Teaching Your Horse to Properly Pivot

Use these three exercises to teach your horse how to properly pivot during a turn on the haunches.

Teaching a horse to pivot correctly is an essential stepping-stone in their training foundation. Whether you’re planning to horse show or just want to have control over your horse’s balance and body movements, a hindquarter turn is a staple in any well-trained horse’s repertoire.

Now, you might wonder what exactly a proper pivot looks like. A correct hindquarter turn begins with your horse crossing his outside front leg over his inside front leg as he turns in the direction you’re asking while planting the inside hind foot. Not as easy as it looks, is it?

During this maneuver, you want your horse to maintain a frame where his head isn’t too low or too high, and it’s important that his body is well balanced with a slight bend in the direction of the turn. There are a lot of ways your horse can “cheat” the turn and not keep that inside hind foot planted for the entire turn while crossing over with every step. He might try to step back rather than forward, swing his hip out from underneath you, or just walk the turn all together.

To learn the three exercises I use to teach my horses to pivot properly, read on.

[More on teaching the pivot: Plant a Pivot]

Walk the Line.

This is a great exercise to start with to introduce your horse to the concept of turning on his haunches. Simply walk your horse down a straight rail or fence, stop, back up, and immediately turn him 180 degrees in the direction away from the rail. Backing him up causes him to sit back on his hocks, setting him up for using his haunches in the turn. Your horse might not plant his foot perfectly while doing this exercise, but that’s okay. The main purpose of this is just to get him comfortable turning while his hind end is engaged. Complete this maneuver a couple of times each direction during a few rides to prepare him for the second exercise.

Be a Star.

This exercise will get your horse to start planting the correct foot when asking for a turn on the haunches. To help you visualize what you’re supposed do, imagine that you’re walking your horse in the shape of a star. First, walk the straight line of the first leg of the star shown in Step 1. Second, ask your horse to turn sharply to the inside, making the point of your star, seen in Step 2. This causes him to shift his weight to the inside foot and naturally keep that foot planted as he turns. The third step is to walk straight out of your tight turn, making the downward leg of your star. Walking out of the turn instead of just stopping encourages your horse to use forward motion while planting his inside foot, which will come in handy during the third exercise.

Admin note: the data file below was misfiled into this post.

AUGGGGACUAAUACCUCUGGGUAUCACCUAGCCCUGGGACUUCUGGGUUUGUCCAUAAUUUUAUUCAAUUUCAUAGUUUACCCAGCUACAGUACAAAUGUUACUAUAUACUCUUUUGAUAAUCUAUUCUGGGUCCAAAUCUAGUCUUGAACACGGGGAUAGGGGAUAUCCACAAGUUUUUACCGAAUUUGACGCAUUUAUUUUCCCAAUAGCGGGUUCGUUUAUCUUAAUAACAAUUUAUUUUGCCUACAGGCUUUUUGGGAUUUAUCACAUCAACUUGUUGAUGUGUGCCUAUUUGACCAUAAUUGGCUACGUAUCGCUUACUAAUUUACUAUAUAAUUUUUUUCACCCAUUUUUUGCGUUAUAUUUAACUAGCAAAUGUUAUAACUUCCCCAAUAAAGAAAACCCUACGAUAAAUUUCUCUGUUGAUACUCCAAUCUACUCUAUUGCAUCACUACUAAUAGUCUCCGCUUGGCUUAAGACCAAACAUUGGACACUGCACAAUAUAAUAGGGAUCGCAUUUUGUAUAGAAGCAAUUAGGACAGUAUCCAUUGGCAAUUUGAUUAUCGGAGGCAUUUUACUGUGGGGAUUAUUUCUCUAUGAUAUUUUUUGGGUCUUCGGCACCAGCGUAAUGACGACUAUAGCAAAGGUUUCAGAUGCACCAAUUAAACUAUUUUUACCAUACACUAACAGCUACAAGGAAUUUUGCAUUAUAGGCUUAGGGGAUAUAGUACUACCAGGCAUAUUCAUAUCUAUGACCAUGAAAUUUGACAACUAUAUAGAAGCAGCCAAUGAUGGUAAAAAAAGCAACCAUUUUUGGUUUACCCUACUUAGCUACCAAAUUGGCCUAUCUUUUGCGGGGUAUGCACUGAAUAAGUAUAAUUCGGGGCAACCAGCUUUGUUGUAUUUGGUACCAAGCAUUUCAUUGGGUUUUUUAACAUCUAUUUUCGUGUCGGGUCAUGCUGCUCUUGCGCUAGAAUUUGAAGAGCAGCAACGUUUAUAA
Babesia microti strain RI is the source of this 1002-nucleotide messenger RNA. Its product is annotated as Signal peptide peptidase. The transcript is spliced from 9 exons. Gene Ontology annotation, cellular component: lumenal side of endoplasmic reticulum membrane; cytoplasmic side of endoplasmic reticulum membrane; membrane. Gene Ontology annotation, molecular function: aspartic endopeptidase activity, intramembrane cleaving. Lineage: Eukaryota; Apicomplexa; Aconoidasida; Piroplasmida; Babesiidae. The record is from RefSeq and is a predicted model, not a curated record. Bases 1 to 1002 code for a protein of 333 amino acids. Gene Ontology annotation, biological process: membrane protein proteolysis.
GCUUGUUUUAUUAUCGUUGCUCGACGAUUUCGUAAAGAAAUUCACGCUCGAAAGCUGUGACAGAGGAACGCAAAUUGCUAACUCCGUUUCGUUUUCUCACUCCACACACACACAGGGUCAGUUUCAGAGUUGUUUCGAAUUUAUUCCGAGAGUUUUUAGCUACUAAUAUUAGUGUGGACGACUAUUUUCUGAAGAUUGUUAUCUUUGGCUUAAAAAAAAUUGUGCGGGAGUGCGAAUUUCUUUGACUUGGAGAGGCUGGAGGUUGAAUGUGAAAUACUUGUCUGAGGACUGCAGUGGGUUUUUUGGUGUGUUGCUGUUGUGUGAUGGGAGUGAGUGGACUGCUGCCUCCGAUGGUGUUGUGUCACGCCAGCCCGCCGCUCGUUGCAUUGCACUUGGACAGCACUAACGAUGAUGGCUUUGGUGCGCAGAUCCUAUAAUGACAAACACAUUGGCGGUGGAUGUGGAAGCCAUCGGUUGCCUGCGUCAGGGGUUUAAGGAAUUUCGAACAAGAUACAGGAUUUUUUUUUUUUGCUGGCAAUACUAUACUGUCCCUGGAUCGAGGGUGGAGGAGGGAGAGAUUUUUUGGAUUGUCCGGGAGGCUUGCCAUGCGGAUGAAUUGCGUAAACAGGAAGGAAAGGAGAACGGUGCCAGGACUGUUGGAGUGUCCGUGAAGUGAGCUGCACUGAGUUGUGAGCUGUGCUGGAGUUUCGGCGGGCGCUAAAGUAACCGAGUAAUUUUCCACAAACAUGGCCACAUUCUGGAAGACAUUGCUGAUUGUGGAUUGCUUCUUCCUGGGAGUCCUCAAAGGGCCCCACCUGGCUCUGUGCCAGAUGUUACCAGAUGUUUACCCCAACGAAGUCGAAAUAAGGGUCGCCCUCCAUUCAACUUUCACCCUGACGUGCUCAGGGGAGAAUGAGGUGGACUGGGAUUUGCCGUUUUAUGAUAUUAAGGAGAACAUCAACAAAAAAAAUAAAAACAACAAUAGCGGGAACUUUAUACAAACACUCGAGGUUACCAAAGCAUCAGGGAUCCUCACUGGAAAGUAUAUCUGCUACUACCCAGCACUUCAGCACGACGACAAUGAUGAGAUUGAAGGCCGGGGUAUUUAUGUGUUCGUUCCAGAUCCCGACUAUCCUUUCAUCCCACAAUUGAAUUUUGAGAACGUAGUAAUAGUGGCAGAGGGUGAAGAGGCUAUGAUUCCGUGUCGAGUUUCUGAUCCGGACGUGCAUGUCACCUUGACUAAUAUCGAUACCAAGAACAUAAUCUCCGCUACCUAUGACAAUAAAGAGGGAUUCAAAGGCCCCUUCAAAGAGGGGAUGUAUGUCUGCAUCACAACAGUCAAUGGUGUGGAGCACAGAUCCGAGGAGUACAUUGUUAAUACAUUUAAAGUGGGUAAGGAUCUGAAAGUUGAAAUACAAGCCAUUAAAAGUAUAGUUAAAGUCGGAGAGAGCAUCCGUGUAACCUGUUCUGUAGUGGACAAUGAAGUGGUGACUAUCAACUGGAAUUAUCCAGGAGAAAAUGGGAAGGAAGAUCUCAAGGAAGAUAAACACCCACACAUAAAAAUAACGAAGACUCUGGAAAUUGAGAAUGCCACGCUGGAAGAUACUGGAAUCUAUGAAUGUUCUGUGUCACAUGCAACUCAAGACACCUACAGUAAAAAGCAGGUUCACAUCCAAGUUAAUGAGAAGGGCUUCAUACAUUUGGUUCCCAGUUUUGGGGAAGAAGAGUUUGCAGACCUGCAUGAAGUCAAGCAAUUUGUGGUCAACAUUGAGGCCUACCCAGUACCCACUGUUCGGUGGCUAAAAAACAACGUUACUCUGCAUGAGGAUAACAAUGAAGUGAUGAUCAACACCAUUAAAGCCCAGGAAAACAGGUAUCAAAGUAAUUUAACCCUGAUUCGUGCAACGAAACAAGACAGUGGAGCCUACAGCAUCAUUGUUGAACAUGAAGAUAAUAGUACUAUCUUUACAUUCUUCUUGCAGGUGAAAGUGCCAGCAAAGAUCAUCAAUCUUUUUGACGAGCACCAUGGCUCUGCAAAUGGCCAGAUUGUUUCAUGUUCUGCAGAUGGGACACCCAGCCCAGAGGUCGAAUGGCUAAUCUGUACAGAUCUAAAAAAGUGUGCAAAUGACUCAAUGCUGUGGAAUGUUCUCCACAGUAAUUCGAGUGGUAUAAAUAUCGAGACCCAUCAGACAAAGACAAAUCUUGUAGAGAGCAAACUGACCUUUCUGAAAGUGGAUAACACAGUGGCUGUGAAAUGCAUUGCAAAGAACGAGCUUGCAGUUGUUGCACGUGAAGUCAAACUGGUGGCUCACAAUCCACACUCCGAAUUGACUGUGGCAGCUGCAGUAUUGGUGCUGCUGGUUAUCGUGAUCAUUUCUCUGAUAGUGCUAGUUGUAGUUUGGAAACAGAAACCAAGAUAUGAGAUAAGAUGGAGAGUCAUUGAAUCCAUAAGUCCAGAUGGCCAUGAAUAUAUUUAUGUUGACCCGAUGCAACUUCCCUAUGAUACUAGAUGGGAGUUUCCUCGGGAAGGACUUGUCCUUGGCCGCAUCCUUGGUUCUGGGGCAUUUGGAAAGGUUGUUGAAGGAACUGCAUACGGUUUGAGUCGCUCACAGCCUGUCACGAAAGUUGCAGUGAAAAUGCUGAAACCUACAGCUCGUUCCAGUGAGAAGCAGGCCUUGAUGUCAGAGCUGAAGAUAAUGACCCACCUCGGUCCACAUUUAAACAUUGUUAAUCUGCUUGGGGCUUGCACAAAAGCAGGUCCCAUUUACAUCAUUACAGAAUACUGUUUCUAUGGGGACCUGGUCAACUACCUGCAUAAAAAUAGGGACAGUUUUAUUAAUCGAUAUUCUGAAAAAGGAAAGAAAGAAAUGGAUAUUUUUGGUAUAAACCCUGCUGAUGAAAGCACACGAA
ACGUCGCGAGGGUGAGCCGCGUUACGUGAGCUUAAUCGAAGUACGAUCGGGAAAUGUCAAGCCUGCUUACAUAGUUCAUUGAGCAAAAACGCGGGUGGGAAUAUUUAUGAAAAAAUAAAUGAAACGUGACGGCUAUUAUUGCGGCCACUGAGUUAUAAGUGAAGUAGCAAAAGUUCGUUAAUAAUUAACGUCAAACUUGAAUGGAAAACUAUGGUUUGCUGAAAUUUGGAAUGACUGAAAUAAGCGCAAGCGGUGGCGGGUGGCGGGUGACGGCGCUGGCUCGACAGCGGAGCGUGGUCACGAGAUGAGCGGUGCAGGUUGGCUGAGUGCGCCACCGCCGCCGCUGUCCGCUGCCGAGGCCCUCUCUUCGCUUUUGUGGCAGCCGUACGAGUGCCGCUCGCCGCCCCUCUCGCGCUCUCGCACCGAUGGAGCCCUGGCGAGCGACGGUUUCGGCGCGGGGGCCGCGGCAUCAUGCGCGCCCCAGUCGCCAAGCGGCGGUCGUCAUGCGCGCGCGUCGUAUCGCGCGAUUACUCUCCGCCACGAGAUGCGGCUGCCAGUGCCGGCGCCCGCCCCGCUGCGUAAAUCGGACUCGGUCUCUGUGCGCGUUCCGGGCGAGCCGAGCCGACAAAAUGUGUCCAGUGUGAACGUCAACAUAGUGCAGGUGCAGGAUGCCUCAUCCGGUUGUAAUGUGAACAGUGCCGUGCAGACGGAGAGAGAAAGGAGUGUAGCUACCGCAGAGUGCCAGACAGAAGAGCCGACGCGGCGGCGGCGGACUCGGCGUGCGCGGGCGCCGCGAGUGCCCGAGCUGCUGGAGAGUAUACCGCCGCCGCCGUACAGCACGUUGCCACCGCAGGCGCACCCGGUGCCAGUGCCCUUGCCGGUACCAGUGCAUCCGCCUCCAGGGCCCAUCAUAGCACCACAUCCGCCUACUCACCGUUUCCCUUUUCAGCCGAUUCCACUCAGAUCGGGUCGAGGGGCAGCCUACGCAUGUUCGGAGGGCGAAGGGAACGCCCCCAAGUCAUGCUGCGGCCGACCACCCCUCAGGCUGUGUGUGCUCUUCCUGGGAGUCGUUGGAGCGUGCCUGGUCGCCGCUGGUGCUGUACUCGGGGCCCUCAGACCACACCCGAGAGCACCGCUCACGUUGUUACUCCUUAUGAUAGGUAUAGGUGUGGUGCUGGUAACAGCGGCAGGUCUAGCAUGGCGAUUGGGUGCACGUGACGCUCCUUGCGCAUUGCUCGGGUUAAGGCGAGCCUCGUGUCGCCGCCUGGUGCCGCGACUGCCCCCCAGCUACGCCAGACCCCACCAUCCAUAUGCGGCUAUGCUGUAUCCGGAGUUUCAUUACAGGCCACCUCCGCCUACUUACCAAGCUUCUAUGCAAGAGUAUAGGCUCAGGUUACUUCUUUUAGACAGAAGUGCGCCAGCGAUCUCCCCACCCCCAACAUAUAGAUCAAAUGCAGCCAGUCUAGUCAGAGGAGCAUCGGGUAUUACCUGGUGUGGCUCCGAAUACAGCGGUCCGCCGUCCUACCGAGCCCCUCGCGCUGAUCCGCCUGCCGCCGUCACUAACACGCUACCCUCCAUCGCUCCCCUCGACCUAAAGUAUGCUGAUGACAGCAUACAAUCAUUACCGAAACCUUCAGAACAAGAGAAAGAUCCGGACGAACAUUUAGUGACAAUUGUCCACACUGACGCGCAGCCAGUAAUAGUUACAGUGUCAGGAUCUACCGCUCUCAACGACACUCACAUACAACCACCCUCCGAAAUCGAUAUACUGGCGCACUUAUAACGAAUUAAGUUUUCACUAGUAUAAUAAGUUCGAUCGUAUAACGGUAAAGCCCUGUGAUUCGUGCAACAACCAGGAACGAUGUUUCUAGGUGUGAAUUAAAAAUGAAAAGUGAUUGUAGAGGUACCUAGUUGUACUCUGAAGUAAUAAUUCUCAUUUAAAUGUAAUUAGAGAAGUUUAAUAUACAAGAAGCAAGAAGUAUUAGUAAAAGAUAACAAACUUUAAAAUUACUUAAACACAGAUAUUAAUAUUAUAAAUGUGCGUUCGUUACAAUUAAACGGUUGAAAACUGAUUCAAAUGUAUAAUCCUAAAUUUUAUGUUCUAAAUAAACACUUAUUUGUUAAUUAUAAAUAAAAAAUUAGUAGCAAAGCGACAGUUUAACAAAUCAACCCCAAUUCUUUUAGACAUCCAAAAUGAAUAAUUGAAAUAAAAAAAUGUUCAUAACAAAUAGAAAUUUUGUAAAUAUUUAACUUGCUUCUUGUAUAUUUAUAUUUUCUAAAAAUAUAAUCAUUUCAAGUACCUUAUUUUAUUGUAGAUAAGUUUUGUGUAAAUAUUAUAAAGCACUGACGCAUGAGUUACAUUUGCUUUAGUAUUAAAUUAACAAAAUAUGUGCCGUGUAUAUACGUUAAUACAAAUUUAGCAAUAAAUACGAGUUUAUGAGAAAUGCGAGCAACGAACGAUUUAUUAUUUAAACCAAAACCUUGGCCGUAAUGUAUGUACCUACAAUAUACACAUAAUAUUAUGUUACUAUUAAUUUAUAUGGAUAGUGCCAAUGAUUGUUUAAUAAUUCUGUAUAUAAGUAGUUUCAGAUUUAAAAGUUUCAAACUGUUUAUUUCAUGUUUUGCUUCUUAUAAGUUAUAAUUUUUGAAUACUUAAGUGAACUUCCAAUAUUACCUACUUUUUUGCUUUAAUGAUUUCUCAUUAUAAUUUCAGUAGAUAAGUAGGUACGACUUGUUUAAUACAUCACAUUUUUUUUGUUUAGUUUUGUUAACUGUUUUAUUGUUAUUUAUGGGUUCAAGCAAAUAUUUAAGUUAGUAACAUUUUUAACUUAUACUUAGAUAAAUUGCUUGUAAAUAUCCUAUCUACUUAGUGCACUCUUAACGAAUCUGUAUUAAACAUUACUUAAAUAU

1. Start by walking the first leg of the star. 2. When you get to the point of the star, walk a tight turn toward the downward side of the star. 3. Complete by walking straight out of the turn and then repeat
by starting with Step 1.

Walk a Circle.

Now that you’ve got your horse using his hind end while turning, it’s time to focus on what he’s doing with his front feet. If a horse is using his hind end too much during a turn, he’ll start to suck back and not cross his outside front leg over his inside front leg. This is a common mistake that usually results in your horse stepping behind the inside front foot with his outside foot or doing a kind of shuffle where both feet move on the same line.

To create forward motion during a turn, it’s important to make forward motion the only option. Begin by walking a small circle with your horse bent slightly to the inside of that circle. Once he’s comfortable doing this, start making your circle smaller and smaller. This will cause his inside hind leg to stay closer and closer to staying in the center of your circle each time the circle winds down. Eventually his inside foot will stay planted in the center all while maintaining forward motion. As your circle gets smaller, your horse will have to cross his outside front leg over the other, making stepping back not an option.

In the first photo, you can see my horse is trying to pivot on his outside hind foot rather than the inside. In the second photo, my horse has his weight on the inside hind foot and is completing a proper and balanced hindquarter turn. Tyler Schiller

Note: Remember to always walk out of your turns to keep your horse from sucking back and encouraging the necessary forward motion needed to carry out a proper pivot.

When you’re ready to start teaching your horse to turn, start by introducing the first exercise and slowly adding the next two as he’s ready. This isn’t something you can teach overnight, and it’s not something that should be rushed. That can cause him to skip an important step or develop bad habits along the way. If you take it slow and never give your horse the chance to learn how to pivot incorrectly, you’ll have a perfect pivot in no time. 

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